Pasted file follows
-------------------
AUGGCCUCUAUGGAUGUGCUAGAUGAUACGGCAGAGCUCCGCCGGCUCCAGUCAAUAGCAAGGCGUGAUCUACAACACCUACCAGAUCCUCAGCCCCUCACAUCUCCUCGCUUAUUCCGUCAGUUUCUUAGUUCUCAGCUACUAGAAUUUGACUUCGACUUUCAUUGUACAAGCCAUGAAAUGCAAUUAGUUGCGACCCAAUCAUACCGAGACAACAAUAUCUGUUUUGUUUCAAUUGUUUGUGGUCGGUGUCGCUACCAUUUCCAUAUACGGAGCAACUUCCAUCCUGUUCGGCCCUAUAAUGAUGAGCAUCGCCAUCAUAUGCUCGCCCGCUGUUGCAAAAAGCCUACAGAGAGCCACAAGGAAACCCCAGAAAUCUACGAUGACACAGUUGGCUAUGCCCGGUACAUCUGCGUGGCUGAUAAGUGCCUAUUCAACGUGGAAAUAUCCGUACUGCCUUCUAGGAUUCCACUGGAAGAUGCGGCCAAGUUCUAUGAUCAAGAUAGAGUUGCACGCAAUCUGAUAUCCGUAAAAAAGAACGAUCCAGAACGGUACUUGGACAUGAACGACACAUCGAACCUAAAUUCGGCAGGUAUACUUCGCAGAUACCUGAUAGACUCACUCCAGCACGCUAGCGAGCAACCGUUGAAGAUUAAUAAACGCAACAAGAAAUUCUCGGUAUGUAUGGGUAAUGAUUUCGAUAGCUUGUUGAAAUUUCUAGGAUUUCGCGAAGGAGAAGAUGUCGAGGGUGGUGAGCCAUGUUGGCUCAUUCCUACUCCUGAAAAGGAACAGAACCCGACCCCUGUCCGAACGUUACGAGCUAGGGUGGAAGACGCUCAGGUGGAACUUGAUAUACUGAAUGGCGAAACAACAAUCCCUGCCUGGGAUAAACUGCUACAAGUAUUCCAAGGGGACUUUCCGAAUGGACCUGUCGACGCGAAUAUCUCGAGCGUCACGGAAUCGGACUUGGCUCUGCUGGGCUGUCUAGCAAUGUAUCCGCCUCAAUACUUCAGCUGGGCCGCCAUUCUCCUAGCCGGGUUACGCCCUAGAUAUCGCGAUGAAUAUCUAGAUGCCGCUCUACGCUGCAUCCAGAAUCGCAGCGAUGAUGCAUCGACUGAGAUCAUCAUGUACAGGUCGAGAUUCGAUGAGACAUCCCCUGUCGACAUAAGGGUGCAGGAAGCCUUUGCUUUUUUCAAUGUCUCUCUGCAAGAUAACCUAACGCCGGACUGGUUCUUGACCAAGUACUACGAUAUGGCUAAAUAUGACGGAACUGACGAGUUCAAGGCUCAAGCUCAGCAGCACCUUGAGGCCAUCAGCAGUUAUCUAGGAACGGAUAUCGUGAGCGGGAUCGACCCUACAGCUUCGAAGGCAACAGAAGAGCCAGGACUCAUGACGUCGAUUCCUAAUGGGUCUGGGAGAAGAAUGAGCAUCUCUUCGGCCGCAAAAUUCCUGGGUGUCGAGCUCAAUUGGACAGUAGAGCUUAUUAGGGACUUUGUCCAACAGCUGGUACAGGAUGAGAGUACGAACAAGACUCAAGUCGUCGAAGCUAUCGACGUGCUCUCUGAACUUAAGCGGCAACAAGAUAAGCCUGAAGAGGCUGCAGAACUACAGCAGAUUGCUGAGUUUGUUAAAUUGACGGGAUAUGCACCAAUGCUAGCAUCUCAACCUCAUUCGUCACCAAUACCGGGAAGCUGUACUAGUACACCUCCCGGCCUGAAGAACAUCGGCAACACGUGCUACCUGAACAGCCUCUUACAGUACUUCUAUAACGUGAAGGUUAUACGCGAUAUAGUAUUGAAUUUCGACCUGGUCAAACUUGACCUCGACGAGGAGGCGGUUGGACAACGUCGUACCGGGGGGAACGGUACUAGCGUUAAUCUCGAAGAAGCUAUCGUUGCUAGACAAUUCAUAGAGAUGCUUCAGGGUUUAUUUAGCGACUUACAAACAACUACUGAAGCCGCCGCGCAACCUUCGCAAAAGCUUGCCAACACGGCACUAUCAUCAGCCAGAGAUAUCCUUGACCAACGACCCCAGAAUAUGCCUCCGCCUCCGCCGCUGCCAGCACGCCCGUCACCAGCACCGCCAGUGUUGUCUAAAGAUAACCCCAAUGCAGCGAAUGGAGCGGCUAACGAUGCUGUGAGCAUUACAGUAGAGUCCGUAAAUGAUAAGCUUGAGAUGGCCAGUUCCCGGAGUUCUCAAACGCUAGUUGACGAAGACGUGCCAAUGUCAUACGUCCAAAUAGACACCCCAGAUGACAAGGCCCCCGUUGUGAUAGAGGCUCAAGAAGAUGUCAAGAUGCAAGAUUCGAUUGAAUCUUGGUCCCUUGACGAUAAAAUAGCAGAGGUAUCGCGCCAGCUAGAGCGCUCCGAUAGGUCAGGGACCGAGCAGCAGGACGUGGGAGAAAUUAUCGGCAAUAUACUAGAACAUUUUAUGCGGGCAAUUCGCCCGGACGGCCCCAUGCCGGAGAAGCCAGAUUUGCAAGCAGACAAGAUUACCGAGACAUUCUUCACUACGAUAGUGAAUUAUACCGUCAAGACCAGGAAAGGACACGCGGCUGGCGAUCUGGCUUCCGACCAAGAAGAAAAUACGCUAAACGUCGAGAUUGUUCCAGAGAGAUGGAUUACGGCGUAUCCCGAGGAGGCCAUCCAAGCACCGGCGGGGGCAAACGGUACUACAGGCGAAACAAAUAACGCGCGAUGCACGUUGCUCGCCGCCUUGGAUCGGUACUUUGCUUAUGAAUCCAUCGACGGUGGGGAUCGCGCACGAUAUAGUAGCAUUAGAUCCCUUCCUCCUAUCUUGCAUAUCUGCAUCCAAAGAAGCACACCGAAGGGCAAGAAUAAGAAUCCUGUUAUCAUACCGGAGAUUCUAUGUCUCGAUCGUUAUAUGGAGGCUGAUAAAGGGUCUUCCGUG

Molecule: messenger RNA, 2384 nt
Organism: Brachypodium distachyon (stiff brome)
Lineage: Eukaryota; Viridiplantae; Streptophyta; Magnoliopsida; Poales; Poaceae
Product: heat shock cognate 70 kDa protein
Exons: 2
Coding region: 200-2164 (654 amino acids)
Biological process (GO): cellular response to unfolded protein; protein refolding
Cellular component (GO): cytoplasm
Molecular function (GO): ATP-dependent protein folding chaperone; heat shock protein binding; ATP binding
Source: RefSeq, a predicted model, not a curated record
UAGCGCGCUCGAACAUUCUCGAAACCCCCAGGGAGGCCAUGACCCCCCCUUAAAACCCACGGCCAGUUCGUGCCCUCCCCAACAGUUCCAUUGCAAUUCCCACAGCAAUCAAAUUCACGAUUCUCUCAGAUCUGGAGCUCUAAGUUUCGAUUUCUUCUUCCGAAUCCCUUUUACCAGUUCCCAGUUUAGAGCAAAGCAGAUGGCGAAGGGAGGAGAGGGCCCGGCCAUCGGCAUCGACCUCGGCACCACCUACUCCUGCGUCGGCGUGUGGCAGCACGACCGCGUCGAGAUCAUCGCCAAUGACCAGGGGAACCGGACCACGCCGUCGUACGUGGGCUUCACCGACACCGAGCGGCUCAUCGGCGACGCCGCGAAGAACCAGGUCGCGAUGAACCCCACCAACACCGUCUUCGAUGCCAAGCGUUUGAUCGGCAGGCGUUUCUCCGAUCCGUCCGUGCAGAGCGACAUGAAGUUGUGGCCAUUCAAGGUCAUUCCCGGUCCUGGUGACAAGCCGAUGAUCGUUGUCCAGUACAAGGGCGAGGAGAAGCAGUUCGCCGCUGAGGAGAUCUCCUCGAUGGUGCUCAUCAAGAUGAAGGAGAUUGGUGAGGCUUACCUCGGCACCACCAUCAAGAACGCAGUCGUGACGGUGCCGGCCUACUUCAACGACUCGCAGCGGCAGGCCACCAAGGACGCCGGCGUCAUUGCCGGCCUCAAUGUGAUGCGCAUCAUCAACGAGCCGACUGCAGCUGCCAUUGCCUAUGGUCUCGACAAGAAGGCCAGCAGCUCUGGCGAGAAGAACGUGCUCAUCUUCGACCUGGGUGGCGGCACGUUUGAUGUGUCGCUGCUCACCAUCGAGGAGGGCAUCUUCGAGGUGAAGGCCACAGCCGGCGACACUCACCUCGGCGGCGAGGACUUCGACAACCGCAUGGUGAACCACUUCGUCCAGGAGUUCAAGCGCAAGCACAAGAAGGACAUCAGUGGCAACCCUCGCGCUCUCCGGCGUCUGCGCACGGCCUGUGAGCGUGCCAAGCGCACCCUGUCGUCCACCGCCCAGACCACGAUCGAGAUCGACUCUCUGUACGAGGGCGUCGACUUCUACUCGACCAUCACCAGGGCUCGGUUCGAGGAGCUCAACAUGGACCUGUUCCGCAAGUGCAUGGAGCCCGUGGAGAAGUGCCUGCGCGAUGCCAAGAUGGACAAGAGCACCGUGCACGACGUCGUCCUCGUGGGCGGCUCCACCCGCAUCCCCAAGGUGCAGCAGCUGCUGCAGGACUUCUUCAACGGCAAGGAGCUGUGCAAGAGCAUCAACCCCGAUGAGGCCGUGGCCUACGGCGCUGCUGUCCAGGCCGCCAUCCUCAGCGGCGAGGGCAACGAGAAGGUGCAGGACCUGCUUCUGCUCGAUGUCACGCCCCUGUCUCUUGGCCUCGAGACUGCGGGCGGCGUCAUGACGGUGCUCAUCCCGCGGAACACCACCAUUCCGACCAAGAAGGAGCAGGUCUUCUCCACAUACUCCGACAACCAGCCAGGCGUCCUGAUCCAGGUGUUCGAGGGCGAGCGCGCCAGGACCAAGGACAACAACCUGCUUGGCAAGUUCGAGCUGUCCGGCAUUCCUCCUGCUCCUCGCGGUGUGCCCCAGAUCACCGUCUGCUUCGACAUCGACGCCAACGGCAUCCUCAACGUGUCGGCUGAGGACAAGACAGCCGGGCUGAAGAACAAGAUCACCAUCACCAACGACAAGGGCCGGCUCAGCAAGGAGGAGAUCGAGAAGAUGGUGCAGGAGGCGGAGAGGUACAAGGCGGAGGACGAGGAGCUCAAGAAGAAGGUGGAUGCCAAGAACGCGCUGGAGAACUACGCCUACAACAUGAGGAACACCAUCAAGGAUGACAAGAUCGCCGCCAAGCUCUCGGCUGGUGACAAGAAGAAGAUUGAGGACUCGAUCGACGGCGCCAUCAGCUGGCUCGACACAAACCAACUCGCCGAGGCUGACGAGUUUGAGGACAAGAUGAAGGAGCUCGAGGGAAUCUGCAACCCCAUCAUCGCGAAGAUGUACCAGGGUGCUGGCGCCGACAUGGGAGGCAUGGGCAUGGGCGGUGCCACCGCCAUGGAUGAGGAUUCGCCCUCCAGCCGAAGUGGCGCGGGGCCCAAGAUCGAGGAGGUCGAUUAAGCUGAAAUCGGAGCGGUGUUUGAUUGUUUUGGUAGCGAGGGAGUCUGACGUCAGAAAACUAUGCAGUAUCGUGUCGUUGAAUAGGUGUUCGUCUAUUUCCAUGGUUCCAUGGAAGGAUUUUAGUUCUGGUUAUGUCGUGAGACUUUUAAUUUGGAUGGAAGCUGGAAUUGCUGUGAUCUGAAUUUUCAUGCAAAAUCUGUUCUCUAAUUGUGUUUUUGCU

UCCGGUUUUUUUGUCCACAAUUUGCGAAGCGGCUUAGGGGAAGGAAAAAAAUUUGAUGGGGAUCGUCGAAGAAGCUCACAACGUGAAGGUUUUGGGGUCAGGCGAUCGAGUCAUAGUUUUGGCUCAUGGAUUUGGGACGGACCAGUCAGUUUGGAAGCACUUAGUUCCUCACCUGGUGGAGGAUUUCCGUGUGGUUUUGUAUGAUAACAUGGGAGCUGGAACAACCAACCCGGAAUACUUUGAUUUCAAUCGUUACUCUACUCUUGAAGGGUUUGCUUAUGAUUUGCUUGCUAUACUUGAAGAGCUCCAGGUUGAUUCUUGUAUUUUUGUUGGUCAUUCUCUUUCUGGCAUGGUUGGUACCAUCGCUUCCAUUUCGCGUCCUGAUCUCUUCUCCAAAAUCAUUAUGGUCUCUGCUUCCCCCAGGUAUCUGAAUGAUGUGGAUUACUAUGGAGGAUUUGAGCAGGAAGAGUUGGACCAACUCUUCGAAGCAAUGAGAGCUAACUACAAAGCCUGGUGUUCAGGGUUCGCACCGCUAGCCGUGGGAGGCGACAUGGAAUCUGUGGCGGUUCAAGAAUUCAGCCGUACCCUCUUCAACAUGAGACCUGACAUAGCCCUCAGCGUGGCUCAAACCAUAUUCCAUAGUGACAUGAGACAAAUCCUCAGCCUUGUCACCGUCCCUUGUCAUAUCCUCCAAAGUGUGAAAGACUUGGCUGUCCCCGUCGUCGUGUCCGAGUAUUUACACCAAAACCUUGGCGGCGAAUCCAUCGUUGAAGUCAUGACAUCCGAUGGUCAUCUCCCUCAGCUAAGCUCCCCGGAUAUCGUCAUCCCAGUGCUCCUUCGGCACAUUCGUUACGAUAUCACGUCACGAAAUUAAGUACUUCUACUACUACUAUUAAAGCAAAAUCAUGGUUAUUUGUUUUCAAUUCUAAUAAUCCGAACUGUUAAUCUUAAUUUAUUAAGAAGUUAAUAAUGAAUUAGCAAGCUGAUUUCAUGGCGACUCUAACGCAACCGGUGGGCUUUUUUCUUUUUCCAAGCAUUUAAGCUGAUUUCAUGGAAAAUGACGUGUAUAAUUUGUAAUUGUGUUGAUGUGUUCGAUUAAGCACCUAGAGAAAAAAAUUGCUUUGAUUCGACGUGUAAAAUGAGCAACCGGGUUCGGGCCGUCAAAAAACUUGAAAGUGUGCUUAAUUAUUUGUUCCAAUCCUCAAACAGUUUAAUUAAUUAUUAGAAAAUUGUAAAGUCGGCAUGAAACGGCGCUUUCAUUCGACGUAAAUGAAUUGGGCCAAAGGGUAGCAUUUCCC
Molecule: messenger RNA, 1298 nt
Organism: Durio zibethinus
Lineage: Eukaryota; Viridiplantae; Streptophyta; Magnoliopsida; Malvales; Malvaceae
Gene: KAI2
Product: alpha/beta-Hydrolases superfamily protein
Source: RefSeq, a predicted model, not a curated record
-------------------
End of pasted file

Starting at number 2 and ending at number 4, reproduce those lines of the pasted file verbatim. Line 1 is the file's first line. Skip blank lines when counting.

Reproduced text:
Molecule: messenger RNA, 2384 nt
Organism: Brachypodium distachyon (stiff brome)
Lineage: Eukaryota; Viridiplantae; Streptophyta; Magnoliopsida; Poales; Poaceae